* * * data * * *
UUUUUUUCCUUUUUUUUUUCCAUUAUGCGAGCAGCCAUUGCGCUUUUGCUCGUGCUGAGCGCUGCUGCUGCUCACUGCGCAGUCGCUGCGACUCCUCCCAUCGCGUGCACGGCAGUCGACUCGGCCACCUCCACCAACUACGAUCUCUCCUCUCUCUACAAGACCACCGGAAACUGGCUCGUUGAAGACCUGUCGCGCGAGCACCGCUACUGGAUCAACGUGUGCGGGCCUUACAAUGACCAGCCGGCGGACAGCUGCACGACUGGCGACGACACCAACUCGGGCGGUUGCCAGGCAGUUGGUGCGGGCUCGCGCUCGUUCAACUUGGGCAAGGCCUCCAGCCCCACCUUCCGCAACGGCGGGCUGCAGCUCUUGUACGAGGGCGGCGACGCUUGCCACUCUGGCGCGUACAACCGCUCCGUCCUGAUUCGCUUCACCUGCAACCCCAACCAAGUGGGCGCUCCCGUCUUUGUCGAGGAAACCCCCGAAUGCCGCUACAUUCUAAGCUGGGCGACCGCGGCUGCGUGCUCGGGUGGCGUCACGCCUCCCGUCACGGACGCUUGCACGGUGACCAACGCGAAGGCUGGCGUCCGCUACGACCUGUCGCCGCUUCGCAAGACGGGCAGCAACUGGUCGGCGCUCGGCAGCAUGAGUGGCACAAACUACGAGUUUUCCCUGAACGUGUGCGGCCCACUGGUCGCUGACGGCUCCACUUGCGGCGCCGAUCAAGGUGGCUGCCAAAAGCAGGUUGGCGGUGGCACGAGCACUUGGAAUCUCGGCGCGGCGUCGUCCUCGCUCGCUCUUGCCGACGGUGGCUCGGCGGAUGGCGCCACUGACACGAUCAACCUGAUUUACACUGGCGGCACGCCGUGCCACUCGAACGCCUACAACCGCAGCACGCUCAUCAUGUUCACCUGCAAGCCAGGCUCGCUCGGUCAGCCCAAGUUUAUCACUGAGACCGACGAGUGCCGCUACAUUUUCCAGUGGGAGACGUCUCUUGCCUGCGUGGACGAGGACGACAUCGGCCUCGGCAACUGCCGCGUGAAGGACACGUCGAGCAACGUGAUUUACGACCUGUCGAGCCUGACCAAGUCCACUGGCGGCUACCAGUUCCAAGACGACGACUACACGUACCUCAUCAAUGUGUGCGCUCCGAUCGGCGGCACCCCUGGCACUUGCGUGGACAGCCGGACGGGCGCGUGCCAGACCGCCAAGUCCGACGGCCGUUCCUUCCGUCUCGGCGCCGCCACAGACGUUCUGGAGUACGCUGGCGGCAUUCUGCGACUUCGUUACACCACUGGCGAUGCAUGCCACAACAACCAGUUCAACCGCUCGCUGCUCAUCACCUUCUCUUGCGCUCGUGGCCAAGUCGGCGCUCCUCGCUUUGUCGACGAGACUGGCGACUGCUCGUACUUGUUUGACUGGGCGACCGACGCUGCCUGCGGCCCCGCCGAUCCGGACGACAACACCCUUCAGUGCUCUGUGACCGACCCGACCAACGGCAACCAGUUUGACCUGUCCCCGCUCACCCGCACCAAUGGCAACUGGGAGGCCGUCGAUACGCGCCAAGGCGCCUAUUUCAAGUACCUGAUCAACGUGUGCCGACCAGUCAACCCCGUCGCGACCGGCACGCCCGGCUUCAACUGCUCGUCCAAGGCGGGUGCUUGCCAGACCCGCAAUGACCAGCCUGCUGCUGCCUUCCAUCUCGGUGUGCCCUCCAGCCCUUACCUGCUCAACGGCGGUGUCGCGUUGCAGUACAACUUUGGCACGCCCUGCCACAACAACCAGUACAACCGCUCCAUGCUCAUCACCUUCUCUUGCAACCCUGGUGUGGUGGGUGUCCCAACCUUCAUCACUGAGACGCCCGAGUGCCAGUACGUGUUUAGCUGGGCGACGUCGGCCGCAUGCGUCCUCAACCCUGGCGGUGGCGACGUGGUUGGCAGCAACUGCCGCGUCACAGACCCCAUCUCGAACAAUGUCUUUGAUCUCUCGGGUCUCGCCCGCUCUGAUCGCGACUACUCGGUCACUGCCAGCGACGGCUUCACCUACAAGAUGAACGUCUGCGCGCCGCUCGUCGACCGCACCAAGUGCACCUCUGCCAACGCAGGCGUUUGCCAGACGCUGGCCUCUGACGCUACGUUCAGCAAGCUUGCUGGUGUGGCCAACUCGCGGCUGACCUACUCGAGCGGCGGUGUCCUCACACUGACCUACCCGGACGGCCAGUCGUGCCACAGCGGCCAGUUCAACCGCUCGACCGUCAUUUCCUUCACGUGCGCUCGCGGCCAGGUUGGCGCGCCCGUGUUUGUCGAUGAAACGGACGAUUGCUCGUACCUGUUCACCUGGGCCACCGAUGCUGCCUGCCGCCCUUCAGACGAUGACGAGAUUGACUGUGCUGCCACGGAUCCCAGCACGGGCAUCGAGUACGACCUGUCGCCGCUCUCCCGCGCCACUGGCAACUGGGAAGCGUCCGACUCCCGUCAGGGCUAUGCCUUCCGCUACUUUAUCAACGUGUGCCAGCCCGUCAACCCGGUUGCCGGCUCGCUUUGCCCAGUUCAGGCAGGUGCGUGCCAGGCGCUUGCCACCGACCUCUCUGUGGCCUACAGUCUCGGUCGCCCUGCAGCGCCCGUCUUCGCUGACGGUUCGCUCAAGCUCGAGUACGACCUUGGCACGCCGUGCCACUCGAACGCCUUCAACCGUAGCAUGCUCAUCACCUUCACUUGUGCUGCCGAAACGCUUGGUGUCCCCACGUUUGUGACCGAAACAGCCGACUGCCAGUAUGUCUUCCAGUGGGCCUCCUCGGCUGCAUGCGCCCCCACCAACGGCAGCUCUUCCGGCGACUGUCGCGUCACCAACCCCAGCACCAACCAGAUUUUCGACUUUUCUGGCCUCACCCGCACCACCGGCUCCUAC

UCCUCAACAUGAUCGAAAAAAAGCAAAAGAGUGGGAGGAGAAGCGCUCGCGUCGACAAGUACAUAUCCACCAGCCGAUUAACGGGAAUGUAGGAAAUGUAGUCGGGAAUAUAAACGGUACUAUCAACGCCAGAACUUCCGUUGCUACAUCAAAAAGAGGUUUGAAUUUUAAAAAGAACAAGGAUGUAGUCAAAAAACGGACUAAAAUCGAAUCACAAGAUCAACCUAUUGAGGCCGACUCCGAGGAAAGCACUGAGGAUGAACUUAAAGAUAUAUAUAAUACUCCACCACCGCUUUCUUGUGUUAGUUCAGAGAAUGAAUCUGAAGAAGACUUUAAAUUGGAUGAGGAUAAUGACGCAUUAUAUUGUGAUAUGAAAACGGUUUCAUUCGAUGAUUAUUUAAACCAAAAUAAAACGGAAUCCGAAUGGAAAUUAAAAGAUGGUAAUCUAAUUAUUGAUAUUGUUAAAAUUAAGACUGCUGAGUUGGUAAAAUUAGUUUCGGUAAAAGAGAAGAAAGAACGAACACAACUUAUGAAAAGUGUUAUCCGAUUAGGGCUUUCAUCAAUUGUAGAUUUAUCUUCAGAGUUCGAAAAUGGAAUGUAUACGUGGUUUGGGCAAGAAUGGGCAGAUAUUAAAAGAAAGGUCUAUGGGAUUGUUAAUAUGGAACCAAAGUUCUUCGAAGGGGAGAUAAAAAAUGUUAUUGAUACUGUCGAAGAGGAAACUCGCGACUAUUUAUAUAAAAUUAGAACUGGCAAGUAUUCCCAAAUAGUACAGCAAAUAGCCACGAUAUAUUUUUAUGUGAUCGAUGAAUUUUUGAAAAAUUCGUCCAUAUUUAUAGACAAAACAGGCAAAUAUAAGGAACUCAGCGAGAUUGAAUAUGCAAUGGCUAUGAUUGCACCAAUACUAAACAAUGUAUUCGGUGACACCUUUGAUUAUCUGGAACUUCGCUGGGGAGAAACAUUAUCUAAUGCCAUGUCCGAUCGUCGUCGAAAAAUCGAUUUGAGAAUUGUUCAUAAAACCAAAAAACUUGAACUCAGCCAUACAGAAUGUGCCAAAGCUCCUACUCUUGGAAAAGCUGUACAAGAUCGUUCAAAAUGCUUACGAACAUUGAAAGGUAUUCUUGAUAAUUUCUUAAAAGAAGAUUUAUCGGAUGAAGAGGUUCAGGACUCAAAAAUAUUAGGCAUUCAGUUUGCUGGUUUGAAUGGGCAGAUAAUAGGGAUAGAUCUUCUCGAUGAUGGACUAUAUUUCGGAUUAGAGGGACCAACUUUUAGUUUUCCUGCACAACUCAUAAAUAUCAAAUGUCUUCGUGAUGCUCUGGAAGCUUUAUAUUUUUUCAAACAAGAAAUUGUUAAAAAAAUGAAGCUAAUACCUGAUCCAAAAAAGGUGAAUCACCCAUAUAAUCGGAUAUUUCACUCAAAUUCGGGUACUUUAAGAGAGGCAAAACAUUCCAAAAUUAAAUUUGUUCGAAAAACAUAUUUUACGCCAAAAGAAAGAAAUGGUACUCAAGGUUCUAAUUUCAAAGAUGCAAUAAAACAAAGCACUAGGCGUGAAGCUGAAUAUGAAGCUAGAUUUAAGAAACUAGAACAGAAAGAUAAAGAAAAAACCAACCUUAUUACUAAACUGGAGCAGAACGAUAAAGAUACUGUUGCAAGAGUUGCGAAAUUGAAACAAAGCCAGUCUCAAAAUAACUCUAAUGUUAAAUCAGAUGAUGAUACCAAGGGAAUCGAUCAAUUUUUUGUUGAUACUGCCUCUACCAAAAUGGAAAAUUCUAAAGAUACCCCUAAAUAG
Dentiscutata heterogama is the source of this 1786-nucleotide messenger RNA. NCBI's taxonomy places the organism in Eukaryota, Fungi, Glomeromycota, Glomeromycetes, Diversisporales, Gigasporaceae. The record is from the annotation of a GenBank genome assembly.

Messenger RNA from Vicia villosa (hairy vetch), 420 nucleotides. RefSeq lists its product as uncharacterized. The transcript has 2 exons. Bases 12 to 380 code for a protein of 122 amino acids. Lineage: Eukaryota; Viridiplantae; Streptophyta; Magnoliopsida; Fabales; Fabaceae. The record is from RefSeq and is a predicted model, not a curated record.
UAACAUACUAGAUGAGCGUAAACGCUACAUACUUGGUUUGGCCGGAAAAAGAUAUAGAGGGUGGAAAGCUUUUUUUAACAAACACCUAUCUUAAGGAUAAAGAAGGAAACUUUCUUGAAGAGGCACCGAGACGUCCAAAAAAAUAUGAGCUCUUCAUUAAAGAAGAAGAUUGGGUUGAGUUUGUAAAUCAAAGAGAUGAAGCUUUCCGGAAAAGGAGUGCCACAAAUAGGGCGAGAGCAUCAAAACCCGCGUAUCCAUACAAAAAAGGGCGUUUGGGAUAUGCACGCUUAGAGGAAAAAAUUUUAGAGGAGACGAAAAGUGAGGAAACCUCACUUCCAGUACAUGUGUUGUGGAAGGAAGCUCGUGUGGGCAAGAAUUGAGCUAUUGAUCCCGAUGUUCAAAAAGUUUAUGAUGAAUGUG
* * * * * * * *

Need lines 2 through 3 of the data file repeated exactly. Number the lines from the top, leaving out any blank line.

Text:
UCCUCAACAUGAUCGAAAAAAAGCAAAAGAGUGGGAGGAGAAGCGCUCGCGUCGACAAGUACAUAUCCACCAGCCGAUUAACGGGAAUGUAGGAAAUGUAGUCGGGAAUAUAAACGGUACUAUCAACGCCAGAACUUCCGUUGCUACAUCAAAAAGAGGUUUGAAUUUUAAAAAGAACAAGGAUGUAGUCAAAAAACGGACUAAAAUCGAAUCACAAGAUCAACCUAUUGAGGCCGACUCCGAGGAAAGCACUGAGGAUGAACUUAAAGAUAUAUAUAAUACUCCACCACCGCUUUCUUGUGUUAGUUCAGAGAAUGAAUCUGAAGAAGACUUUAAAUUGGAUGAGGAUAAUGACGCAUUAUAUUGUGAUAUGAAAACGGUUUCAUUCGAUGAUUAUUUAAACCAAAAUAAAACGGAAUCCGAAUGGAAAUUAAAAGAUGGUAAUCUAAUUAUUGAUAUUGUUAAAAUUAAGACUGCUGAGUUGGUAAAAUUAGUUUCGGUAAAAGAGAAGAAAGAACGAACACAACUUAUGAAAAGUGUUAUCCGAUUAGGGCUUUCAUCAAUUGUAGAUUUAUCUUCAGAGUUCGAAAAUGGAAUGUAUACGUGGUUUGGGCAAGAAUGGGCAGAUAUUAAAAGAAAGGUCUAUGGGAUUGUUAAUAUGGAACCAAAGUUCUUCGAAGGGGAGAUAAAAAAUGUUAUUGAUACUGUCGAAGAGGAAACUCGCGACUAUUUAUAUAAAAUUAGAACUGGCAAGUAUUCCCAAAUAGUACAGCAAAUAGCCACGAUAUAUUUUUAUGUGAUCGAUGAAUUUUUGAAAAAUUCGUCCAUAUUUAUAGACAAAACAGGCAAAUAUAAGGAACUCAGCGAGAUUGAAUAUGCAAUGGCUAUGAUUGCACCAAUACUAAACAAUGUAUUCGGUGACACCUUUGAUUAUCUGGAACUUCGCUGGGGAGAAACAUUAUCUAAUGCCAUGUCCGAUCGUCGUCGAAAAAUCGAUUUGAGAAUUGUUCAUAAAACCAAAAAACUUGAACUCAGCCAUACAGAAUGUGCCAAAGCUCCUACUCUUGGAAAAGCUGUACAAGAUCGUUCAAAAUGCUUACGAACAUUGAAAGGUAUUCUUGAUAAUUUCUUAAAAGAAGAUUUAUCGGAUGAAGAGGUUCAGGACUCAAAAAUAUUAGGCAUUCAGUUUGCUGGUUUGAAUGGGCAGAUAAUAGGGAUAGAUCUUCUCGAUGAUGGACUAUAUUUCGGAUUAGAGGGACCAACUUUUAGUUUUCCUGCACAACUCAUAAAUAUCAAAUGUCUUCGUGAUGCUCUGGAAGCUUUAUAUUUUUUCAAACAAGAAAUUGUUAAAAAAAUGAAGCUAAUACCUGAUCCAAAAAAGGUGAAUCACCCAUAUAAUCGGAUAUUUCACUCAAAUUCGGGUACUUUAAGAGAGGCAAAACAUUCCAAAAUUAAAUUUGUUCGAAAAACAUAUUUUACGCCAAAAGAAAGAAAUGGUACUCAAGGUUCUAAUUUCAAAGAUGCAAUAAAACAAAGCACUAGGCGUGAAGCUGAAUAUGAAGCUAGAUUUAAGAAACUAGAACAGAAAGAUAAAGAAAAAACCAACCUUAUUACUAAACUGGAGCAGAACGAUAAAGAUACUGUUGCAAGAGUUGCGAAAUUGAAACAAAGCCAGUCUCAAAAUAACUCUAAUGUUAAAUCAGAUGAUGAUACCAAGGGAAUCGAUCAAUUUUUUGUUGAUACUGCCUCUACCAAAAUGGAAAAUUCUAAAGAUACCCCUAAAUAG
Dentiscutata heterogama is the source of this 1786-nucleotide messenger RNA. NCBI's taxonomy places the organism in Eukaryota, Fungi, Glomeromycota, Glomeromycetes, Diversisporales, Gigasporaceae. The record is from the annotation of a GenBank genome assembly.